As the semester is passing, I am starting to really digest the idea that writing is not as simple and basic as most people think it is. It is quite a complex discipline, because it requires a lot from the writer in order for it to be considered successful or well-written. I usually focus on both articles assigned every week, but this time Bad Ideas About Writing was an article that I feel I have a lot to say about. To start with, the article itself was very interesting, considering that it was a compilation of multiple authors and their experiences and beliefs regarding various aspects of writing and the way its taught. The three sub-articles that were read had views that I strongly agree with. So now…let’s begin.
First Year Composition Prepares Students for Academic Writing was definitely a topic that focused on breaking stereotypical thinking in regards to first-year writing students and their instructors. They are though to be “writing teachers [who] consist primarily of error-correctors and behavior-modifiers armed with red pens and elbow patches.” Wow, they sound scary! I mean, imagine the danger of elbow patches, and the blood shed that can occur with one scratch of a red pen? It’s too gory to even think about. But, the discomfort at the sight of red marks all over essays and papers has instilled fear in students, preventing them from the being the best writer possible. The red pens were weapons used in the 1800s when good writing was measured by counting errors. It’s sad to think that’s the criteria by which writing was graded. It wasn’t content that mattered; it was the correct places of commas or missed capitalizations that were more important than anything else. Errors are unavoidable; “errors are a fact of life.” It’s not as easy as learning the alphabet song or as calling an apple “red.” It’s a “complex in-depth process that goes way beyond correctness.” The process matters: what the student thought, what they used to bring those words onto paper, etc. I would say I was one of the 80% of college freshman and 50% of college seniors who hadn’t written a paper more than 20 pages. Instead, from what I remember, my longest paper till college was about nine pages. My first long-paper assignment was my short story, which totaled 17 pages. Should I feel guilty that I fall into those statistics? NO, because writing should not be forced on a student. If the words should be genuine, let it flow out, not be sucked out of the writer. That’s the only way it will help in other disciplines. It should be enjoyable in order to be a successful skill. And for that to happen, rhetoric needs to accompany good writing hand-in-hand. It will allow for the classroom to become a “productive space for respectful argument.” A place for appropriate and healthy civic discourse to take charge.
Next, let’s move on to Reading Is Not Essential to Writing Instruction. This highlights the effects of widespread state-testing and its interruption in proper reading/writing instruction. Teachers became too focused on test preparation rather than making the students comprehend the skill of reading and writing itself. The ability to excel in these disciplines wasn’t the task at hand; it was getting good scores. This method failed to teacher students how to think. Instead, the pressure was put on what to think, preventing the students from becoming autonomous academically. And to teach students how to think? This cannot possibly be achieved in one or two semesters. It’s a never-ending process that takes roots in elementary school and stems out for the rest of your life. The process doesn’t only involve writing, it’s about reading too. It’s vital for a student to read like a writer; to not only see texts for their meaning, but rather for their writing style, format, and reasoning. And once the teacher emphasizes this in their classrooms, they will be able to target the idea of relatability and personal experiences in writing. It adds emotion, power and a sense of individuality to each writer’s story while universalizing their feelings and connecting to others. But all these aspects of writing can only be obtained if and when the instructors if flexible in their instruction and goals for their students.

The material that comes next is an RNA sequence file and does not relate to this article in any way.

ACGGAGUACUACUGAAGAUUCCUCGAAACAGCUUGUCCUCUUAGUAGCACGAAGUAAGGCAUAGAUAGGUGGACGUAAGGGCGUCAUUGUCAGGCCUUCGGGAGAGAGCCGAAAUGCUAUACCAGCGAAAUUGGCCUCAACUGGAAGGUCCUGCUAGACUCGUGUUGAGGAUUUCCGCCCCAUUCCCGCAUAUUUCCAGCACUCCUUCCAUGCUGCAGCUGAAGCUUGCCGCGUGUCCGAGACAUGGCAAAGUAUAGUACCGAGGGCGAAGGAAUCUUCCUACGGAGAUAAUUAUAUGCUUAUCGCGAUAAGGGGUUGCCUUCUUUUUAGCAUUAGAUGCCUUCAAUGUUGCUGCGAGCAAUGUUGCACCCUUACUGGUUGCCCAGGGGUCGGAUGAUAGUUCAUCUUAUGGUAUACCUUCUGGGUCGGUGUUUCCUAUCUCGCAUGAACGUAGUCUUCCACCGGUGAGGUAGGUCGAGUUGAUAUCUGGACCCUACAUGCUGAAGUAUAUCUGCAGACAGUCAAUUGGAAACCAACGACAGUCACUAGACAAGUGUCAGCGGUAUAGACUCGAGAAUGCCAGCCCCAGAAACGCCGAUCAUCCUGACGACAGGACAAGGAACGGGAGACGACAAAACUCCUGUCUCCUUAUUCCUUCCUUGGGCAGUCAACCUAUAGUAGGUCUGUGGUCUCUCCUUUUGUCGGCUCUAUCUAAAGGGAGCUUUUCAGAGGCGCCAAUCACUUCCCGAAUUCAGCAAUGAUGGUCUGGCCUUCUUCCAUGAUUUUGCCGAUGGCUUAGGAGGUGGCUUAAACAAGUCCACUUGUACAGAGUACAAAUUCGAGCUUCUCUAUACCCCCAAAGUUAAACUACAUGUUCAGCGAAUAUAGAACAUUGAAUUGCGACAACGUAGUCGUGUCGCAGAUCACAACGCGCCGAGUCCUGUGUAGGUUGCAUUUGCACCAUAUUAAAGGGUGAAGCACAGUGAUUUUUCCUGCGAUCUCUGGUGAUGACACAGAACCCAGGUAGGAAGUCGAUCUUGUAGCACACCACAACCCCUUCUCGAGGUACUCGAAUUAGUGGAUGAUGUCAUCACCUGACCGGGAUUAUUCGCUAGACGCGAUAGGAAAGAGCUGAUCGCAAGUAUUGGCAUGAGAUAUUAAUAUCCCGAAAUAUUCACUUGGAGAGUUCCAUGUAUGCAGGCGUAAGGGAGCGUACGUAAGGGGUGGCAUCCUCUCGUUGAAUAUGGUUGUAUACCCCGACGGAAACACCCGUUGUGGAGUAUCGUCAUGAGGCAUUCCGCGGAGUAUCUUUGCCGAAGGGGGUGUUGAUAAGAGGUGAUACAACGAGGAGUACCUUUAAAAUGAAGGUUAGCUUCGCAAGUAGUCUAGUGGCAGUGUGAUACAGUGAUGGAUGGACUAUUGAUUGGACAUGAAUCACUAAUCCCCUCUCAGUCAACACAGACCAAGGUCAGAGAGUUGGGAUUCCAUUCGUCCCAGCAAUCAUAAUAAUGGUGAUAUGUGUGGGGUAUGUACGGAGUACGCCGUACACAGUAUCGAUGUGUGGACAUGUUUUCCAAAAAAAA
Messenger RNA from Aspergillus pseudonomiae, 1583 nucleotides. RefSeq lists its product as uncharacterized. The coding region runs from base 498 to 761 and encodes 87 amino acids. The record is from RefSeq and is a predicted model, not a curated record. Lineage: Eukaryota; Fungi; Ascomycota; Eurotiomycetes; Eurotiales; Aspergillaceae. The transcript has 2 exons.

Lastly, Failure Is Not An Option is the article that discusses the mentality behind failure and its impact as a defining moment for a student, teacher, etc. In life, especially today, advancing in life is considered progress. There’s no other way to look at it. But that can’t be. Failure is needed, it’s necessary in order to move ahead. You will only what you want when you get what you didn’t want. You will get back up when you fall down. You will only appreciate the break of dawn when the night slips away. And this way, success will only be tightly held close to your chest when failure has been experienced. Researcher Manu Kapur states that our brains are wired for failure. I didn’t think it would be, considering that my first reaction to failure is disappointment, sadness, discouragement, etc. But I guess that’s what makes us want to challenge ourselves and others later on. It’s that bitter taste of failure that sticks in the back of our minds that pushes us to do make better choices and produce better work. Human nature is to remember negative feelings more than positive. Because even though the positive might occur many times, one or two negative incidents will completely wash away the rest. And that will stick with us. Is it wrong? I don’t know, but that way of behaving is embedded in us, and it’s difficult to be otherwise.
In the end of it all, writing can be said to be an ongoing process which does have a birth but never an end. It’s infinite and its possibilities are endless. It’s a discipline that requires the writer to take a risk and experiment, to wonder and ask questions. It’s a discipline in which the destination doesn’t hold as much value, as the journey to get there…